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4

It would not be a stable configuration, but it wouldn't be too far from the stability. The are 5 points where a third body could have a semi-stable orbit in a 2-body system: The Earth is the blue point. The "anti-Earth" on the other side would be in the third Lagrange point ($\rm{L}_3$). However, this is not a stable orbit. Any small deviation, including ...


1

Yes, the reference plane for exoplanet orbital inclination is our sky plane. From the NASA Exoplanet Archive documentation: The Observed Inclination is the orbital inclination with respect to the plane of the sky.... 0 degrees correspond to an orbit in the plane of the sky, face on with respect to our line of sight. 90 degrees corresponds to an orbit ...


3

There are many definitions for the "Goldilocks zone" or Habitable zone. If you want liquid water on the surface then that can happen for a wide variety of atmospheric pressures (totally unknown for the vast majority of exoplanets) and temperatures. In fact Mars is considered to be in the habitable zone using only this criteria. More strict criteria exist ...


4

From the Wikipedia article Circumstellar habitable zone, which is just another name for the Goldilocks zone: Estimates for the habitable zone within the Solar System range from 0.38 to 10.0 astronomical units, though arriving at these estimates has been challenging for a variety of reasons. Numerous planetary mass objects orbit within, or close to, this ...


15

It is possible in a Trojan configuration: In the place of the "Planet" on the image, also a small star could exist. The third star would be at $L_4$ or at $L_5$. This configuration could be made stable. However, as this link shows, In unnormalized units, this criterion becomes $$\frac{m_2}{m_1+ m_2} < 0.0385$$ We thus conclude that the $L_4$...


9

Systems of three stars can exist, but a system of three stars in a triangle is unstable and won't exist in reality. There are configurations of three stars that are stable, for example, two stars in a close orbit about their common centre of gravity, and a third star in a distant orbit. Planets can exist in such a system, they could orbit around the distant ...


4

The year length depends on the distance between the planet's centre & the Sun's centre, not the Sun's surface. So if the Sun merely expands, Earth at 1 AU will still take a standard year to perform 1 orbit. However, when the Sun becomes a red giant, it won't just expand. As Wikipedia mentions, red giants shed a considerable amount of mass in the form of ...


3

Addressing @Allure's comment below @ JohnHoltz's excellent answer, the synodic period is simply a function of the two periods. It will return something like the average value between two successive events where the planets would line up if they orbited in the same plane, but it does not predict the exact times as pointed out in that answer. In addition to ...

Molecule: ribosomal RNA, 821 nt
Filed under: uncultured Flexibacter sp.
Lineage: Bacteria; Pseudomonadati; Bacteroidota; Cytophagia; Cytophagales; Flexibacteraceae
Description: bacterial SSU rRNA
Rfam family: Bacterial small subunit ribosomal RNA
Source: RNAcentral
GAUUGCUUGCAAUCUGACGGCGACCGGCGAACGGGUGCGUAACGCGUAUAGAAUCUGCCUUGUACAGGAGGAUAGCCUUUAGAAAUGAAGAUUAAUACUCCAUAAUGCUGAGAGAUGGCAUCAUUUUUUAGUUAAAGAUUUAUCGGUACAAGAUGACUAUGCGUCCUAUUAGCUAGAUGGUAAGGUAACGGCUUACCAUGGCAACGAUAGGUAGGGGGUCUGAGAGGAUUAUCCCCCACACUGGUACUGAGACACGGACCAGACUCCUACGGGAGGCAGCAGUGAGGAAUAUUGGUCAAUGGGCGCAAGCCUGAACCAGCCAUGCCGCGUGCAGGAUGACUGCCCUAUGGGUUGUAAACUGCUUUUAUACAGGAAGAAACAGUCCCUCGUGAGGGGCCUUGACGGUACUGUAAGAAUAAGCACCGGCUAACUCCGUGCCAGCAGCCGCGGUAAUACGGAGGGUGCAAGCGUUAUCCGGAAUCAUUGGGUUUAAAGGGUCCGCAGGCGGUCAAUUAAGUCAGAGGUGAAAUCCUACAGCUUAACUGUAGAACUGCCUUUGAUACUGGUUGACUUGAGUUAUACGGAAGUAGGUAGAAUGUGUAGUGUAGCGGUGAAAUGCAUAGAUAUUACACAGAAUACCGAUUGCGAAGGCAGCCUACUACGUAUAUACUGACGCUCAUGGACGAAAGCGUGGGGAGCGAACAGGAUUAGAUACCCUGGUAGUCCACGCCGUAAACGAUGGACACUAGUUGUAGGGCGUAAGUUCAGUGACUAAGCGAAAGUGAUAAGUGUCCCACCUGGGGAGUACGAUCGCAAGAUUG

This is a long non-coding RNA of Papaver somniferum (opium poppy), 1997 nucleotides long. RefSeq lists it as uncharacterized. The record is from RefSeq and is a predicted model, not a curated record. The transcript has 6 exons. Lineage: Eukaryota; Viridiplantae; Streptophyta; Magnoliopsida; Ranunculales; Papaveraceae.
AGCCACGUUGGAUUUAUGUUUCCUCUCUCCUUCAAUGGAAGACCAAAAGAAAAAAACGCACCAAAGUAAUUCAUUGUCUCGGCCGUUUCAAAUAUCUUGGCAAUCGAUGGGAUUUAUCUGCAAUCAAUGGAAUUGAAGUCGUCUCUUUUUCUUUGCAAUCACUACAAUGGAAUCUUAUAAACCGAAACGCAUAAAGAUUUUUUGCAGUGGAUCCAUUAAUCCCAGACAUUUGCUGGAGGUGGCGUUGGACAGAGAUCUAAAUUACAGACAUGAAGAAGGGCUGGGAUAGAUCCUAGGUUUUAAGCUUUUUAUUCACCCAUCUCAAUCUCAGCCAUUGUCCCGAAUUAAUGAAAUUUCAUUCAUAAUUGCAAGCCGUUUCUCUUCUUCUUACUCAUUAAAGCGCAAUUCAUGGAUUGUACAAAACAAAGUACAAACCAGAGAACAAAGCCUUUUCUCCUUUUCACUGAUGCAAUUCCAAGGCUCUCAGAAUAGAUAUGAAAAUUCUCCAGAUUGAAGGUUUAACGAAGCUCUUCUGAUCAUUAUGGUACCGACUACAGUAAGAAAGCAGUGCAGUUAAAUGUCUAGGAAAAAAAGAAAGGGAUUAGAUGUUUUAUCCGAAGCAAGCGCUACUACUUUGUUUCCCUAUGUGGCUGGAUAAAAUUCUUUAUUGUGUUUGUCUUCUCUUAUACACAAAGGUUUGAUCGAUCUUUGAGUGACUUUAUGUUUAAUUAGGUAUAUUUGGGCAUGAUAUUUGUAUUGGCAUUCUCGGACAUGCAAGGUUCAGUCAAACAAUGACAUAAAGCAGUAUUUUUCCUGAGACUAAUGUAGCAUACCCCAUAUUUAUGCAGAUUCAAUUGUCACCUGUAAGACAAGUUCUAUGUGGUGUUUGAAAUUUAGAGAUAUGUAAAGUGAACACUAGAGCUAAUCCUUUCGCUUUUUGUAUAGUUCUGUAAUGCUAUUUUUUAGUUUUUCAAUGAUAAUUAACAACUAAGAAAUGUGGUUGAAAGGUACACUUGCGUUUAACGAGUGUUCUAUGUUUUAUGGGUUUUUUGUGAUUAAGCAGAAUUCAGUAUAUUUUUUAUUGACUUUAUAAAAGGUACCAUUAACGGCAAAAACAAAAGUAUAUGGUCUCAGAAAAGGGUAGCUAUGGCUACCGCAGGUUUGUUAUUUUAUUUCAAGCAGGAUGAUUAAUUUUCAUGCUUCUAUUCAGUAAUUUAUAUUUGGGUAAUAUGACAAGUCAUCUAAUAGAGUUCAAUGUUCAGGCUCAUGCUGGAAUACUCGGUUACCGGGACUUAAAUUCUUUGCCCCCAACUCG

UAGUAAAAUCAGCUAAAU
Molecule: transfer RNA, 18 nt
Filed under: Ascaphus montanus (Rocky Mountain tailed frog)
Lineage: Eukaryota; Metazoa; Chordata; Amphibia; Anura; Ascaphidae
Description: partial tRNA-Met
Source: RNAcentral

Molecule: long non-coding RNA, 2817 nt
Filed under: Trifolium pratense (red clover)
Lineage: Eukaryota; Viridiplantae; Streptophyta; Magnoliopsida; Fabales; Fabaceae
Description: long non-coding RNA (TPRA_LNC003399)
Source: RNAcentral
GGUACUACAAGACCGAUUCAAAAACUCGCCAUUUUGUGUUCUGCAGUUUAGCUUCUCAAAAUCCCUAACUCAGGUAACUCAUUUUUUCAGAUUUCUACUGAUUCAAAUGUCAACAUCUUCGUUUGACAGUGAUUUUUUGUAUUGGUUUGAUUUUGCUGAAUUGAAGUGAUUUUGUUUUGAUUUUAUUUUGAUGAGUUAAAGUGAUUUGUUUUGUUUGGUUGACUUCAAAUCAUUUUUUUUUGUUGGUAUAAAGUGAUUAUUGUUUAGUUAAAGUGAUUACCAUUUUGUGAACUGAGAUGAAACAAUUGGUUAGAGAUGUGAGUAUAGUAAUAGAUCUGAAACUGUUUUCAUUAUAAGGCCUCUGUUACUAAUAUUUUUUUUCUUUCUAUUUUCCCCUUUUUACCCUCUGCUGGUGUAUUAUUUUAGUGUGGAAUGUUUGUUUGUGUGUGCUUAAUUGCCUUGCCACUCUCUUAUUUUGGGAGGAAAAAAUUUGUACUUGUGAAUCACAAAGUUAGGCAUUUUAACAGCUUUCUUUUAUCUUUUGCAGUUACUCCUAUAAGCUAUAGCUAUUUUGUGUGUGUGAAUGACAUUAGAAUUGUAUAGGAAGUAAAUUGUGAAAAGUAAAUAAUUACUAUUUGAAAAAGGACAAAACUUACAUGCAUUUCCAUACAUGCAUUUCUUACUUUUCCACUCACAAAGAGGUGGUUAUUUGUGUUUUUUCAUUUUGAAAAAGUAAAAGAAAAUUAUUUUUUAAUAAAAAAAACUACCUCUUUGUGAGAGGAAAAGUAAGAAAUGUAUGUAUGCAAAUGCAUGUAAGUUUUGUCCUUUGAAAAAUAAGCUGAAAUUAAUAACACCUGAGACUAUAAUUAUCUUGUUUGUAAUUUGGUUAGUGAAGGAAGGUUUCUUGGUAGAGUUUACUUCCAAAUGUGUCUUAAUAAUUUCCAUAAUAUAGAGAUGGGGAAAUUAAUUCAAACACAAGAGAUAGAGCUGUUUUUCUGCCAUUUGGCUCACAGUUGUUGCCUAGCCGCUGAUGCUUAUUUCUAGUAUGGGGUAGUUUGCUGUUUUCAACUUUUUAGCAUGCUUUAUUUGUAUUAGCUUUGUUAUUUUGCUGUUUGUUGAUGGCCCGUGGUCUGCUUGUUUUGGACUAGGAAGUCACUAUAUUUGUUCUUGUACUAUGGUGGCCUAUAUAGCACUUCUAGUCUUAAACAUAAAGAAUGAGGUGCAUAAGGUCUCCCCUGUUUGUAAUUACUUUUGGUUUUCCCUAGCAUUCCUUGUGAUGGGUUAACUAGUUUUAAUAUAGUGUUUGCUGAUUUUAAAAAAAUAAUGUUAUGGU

1

Gravity. Specifically, the gravity of the mass of stars in the disk. As we move upward above the disk, we are slowing down. The amplitude of the vertical displacement is about 70Pc, or about 110LY up, 110LY down and back again over about 66 million years. In addition, we move from perigalacticon (8,130PC, 26,100LY) to apogalacticon (around 9,040Pc 29,...


4

Mercury's orbit is highly eccentric: 0.21 according to Wikipedia. Therefore, the actual time between repeating occurrences will vary depending on the year. If you were to perform your calculations for many periods, the average should approach the value given by Stellarium. The theoretical synodic period, using the sidereal period of Earth and Mercury, is ...


0

Not really an answer to that specific question, but I think its neat that we could actually measure this reflection on exoplanets. There is a neat astrobite about a recent paper discussing ocean glint on exoplanets. They calculate how this reflection changes the overall spectrum of an exoplanet (with Earth as an example): However, we probably have to ...


1

Sure it does, and it's beautiful! Here's a GIF from the YouTube video Earth from Himawari-8 satellite which I found in but any geosynchronous Earth observation satellite imagery will show this, such as the video Planet Earth in 4K found in this now-deleted answer. See also: this answer to Could a binary system of two planets with oceans reflect each other?...


14

Close approach seems to be the prevailing term for an event when two objects independently orbiting the Sun pass a minimum distance from each other. JPL and ESA use this term with near-Earth asteroids even if the approach is not especially close. Since real orbits are not perfectly concentric or coplanar, this generally does not occur at exactly the same ...


5

perihelion. Definition from Google the point in the orbit of a planet, asteroid, or comet at which it is closest to the sun. From Wikipedia: Apsis denotes either of the two extreme points (i.e., the farthest or nearest point) in the orbit of a planetary body about its primary body (or simply, "the primary"). Also from Wikipedia: For generic situations ...


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